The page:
Id. at 729 (emphasis in original in ¶ 6).
After receiving these recommendations, Rule 7.1 of the N.J. Rules of Professional Conduct was amended as follows: “[a] communication is false or misleading if it . . . compares the lawyer’s services with other lawyers’ services, unless (i) the name of the comparing organization is stated, (ii) the basis for the comparison can be substantiated, and (iii) the communication” disclaims approval by the Supreme Court of New Jersey. N.J. Court Rules, RPC 7.1(a)(3). The official comment from the New Jersey Supreme Court following this rule describes the requirements for a comparison to be truthful:
A truthful communication that the lawyer has received an honor or accolade is not misleading or impermissibly comparative for purposes of this Rule if: (1) the conferrer has made inquiry into the attorney’s fitness; (2) the conferrer does not issue such an honor or accolade for a price; and (3) a truthful, plain language description of the standard or methodology upon which the honor or accolade is based is available for inspection either as part of the communication itself or by reference to a convenient, publicly available source.
N.J. Court Rules, RPC 7.1, cmt.
10. We consider the New Jersey special master’s analysis to provide useful guidance. While Rule 7.1 of the Utah Rules of Professional Conduct has not been redrafted (as Rule 7.1 of the N.J. Rules of Professional Conduct has), we also find the comments to New Jersey’s Rule 7.1 helpful and instructive. We conclude that a lawyer’s participation in any rating system and use of that rating in the lawyer’s advertising is permissible where: (1) the comparing organization has made appropriate inquiry into the lawyer’s fitness; (2) a favorable rating from the comparing organization is not for sale and may not be purchased by the lawyer; (3) the lawyer ensures that the methodology or process used to determine the rating is fully disclosed and explained using plain language and is conveniently available to the public; and (4) the communication disclaims the approval of the Utah Supreme Court and/or the Utah State Bar. Statements that explain in laymen’s terms, and do not exaggerate the meaning or significance of professional credentials, are permissible.
11. Rule 7.1 prevents a lawyer from communicating to the public credentials that are not legitimate. A recommendation or endorsement that is not based upon objective criteria or a legitimate peer review process, but is available to any lawyer who is willing to pay a fee, is misleading to the public and therefore prohibited. Likewise, implying in advertising that a lawyer has been selected for inclusion in a rating system based upon the quality of the lawyer’s services or some other process of independent endorsement when in fact no bona fide judgment as to quality has been objectively made is misleading and violates Rule 7.1. For example, paying the reasonable costs of advertising to a comparing organization for an endorsement, even after an investigation, violates Rule 7.1 where the basis for and scope of the investigation and endorsement is not fully disclosed to the public in clear and simple terms that the average consumer can understand. Without that information, a consumer cannot reasonably determine how much value to place on the endorsement. Similarly, some publications hold contests that rely solely upon unsolicited votes in order to designate the “best” restaurants, businesses, lawyers, etc. in a certain geographical area without any inquiry into the fitness of the lawyers who garner the most votes. Such contests invite ballot stuffing, cannot be factually substantiated, and do not pass muster under Rule 7.1.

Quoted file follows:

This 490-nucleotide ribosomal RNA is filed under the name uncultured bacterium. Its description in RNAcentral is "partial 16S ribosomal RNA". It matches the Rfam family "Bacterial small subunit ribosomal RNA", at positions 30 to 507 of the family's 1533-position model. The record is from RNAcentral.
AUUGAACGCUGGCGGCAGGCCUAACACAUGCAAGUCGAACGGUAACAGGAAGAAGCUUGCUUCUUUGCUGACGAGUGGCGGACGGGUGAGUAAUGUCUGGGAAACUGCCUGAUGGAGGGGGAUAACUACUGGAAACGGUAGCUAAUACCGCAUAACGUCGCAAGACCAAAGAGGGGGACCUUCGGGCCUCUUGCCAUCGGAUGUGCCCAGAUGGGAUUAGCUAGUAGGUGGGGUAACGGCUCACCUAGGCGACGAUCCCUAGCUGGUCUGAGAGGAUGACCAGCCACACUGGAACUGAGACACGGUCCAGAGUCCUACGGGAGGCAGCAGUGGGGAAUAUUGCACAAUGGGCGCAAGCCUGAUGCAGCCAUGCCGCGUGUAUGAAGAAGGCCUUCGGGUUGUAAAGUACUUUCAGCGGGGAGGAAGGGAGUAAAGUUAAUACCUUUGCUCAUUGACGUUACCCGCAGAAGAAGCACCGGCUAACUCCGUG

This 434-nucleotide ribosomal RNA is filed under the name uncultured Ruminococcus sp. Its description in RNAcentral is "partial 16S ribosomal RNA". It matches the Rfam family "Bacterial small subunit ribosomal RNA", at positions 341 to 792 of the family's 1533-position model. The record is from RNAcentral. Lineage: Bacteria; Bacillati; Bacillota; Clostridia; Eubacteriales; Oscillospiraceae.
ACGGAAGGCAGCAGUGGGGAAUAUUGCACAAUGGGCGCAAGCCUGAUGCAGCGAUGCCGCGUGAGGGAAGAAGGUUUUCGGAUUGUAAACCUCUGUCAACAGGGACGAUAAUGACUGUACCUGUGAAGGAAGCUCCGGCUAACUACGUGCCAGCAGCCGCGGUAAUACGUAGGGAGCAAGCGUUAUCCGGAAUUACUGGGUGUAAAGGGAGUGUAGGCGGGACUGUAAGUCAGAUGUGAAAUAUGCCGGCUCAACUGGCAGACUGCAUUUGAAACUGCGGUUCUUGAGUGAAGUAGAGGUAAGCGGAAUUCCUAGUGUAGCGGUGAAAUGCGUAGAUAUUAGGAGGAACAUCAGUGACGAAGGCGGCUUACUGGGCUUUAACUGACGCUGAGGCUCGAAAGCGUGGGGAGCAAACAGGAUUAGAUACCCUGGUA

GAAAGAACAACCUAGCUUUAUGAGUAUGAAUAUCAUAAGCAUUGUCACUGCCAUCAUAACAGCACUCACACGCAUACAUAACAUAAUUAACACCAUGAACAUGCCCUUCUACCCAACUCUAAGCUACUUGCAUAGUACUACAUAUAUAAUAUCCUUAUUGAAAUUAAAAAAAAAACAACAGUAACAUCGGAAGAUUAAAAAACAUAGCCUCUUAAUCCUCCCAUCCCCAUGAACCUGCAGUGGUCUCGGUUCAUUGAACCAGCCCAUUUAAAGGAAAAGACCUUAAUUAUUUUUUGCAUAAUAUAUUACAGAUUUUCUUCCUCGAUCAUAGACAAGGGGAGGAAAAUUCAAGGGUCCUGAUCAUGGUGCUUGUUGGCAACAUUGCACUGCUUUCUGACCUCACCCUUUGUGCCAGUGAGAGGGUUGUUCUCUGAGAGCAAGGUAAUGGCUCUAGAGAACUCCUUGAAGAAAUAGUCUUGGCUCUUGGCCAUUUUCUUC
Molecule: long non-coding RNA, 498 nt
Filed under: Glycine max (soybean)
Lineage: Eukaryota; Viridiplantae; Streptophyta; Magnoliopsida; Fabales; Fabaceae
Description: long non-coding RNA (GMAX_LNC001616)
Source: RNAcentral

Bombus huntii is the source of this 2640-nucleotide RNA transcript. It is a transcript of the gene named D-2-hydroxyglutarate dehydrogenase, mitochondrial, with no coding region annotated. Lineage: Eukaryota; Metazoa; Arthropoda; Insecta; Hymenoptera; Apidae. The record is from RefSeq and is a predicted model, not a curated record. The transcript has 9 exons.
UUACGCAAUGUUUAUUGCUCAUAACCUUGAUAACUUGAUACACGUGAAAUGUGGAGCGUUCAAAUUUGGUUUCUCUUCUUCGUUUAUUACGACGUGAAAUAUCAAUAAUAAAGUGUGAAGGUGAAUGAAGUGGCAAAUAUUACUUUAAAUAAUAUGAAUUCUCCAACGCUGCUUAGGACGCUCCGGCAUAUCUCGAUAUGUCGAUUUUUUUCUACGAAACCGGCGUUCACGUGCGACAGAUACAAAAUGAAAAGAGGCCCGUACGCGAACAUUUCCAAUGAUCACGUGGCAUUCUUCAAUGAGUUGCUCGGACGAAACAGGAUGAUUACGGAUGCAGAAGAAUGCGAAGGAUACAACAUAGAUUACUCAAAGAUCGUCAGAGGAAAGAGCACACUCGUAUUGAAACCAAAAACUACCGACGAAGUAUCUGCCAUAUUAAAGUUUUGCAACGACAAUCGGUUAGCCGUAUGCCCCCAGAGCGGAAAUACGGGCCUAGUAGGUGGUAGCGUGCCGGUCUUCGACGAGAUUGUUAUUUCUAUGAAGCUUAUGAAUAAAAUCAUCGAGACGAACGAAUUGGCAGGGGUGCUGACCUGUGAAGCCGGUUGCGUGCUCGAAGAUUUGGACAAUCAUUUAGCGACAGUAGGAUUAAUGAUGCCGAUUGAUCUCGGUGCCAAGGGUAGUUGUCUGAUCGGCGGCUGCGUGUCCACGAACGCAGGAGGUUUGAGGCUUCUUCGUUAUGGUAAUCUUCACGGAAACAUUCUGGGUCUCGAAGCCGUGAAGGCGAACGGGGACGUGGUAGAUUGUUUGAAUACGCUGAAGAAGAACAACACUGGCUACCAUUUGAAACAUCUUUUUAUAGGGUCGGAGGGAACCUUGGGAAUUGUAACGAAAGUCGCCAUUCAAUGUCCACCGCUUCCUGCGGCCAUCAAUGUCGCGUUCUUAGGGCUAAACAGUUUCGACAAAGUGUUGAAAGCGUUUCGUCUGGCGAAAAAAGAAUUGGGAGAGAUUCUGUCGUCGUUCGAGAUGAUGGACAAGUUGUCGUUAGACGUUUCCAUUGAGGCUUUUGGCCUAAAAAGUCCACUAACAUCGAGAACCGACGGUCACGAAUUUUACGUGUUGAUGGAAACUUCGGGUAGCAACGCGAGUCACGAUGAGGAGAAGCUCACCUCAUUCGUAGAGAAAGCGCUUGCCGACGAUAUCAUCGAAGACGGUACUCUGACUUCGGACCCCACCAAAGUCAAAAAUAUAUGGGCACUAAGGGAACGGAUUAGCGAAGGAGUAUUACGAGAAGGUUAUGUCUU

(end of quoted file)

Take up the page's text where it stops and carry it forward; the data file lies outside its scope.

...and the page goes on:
12. Even where appropriate disclosures have been made to satisfy Rule 7.1, the advertisement must still comply with all of the other Utah Rules of Professional Conduct, including Rule 7.2.
13. Rating systems may implicate Rule 7.2 of the Utah Rules of Professional Conduct, which prohibits giving anything of value to another to recommend the lawyer’s services. A lawyer may not pay another person for channeling professional work. If a lawyer pays a fee to be listed as among the “best” lawyers, then the lawyer violates this rule. This is true whether or not the lawyer thereafter advertises this rating herself or not. A lawyer who trades votes with other lawyers violates Rule 7.2. This Committee established in Ethics Advisory Opinion 13-02 that reciprocal referral arrangements violate Rule 7.2. “If a lawyer refers a client to another lawyer or other professional pursuant to a reciprocal referral agreement, then the first lawyer is giving ‘something of value’ in exchange for a past or future recommendation from the other professional.” Hazard, Hodes & Jarvis, THE LAW OF LAWYERING (3d) § 56.5, at 56-9. Likewise, if one lawyer votes for her friend with the understanding that her friend will vote for her, this is “giving something of value” for a recommendation and violates Rule 7.2 in the same way. Further, a lawyer who pays a celebrity or public figure to recommend the lawyer violates Rule 7.2.
14. A lawyer may, for advertising purposes, pay a comparing organization to investigate that lawyer, provided that the outcome of the investigation is not predetermined and is independent of the fee. If the results from an appropriate investigation are thereafter advertised, the nature and scope of the investigation must be fully disclosed and explained using plain language and must be conveniently available to the public. Such an investigation may require “the inclusion of an appropriate disclaimer or qualifying language,” especially if the investigation is limited to certain matters, such as good business practices. See Ethics Advisory Op. 09-01, ¶ 7. For example, the Better Business Bureau (the “BBB”) indicates that its “accreditation does not mean that the business’ products or services have been evaluated or endorsed by the BBB, or that BBB has made a determination as to the business’ product quality or competency in performing services.” BBB, http://www.bbb.org/utah/for-businesses/about-bbb-accreditation/ (last visited Oct. 22, 2014). Otherwise, a general endorsement may “create unjustified expectations or otherwise mislead a prospective client.” See Ethics Advisory Op. 09-01, ¶ 7.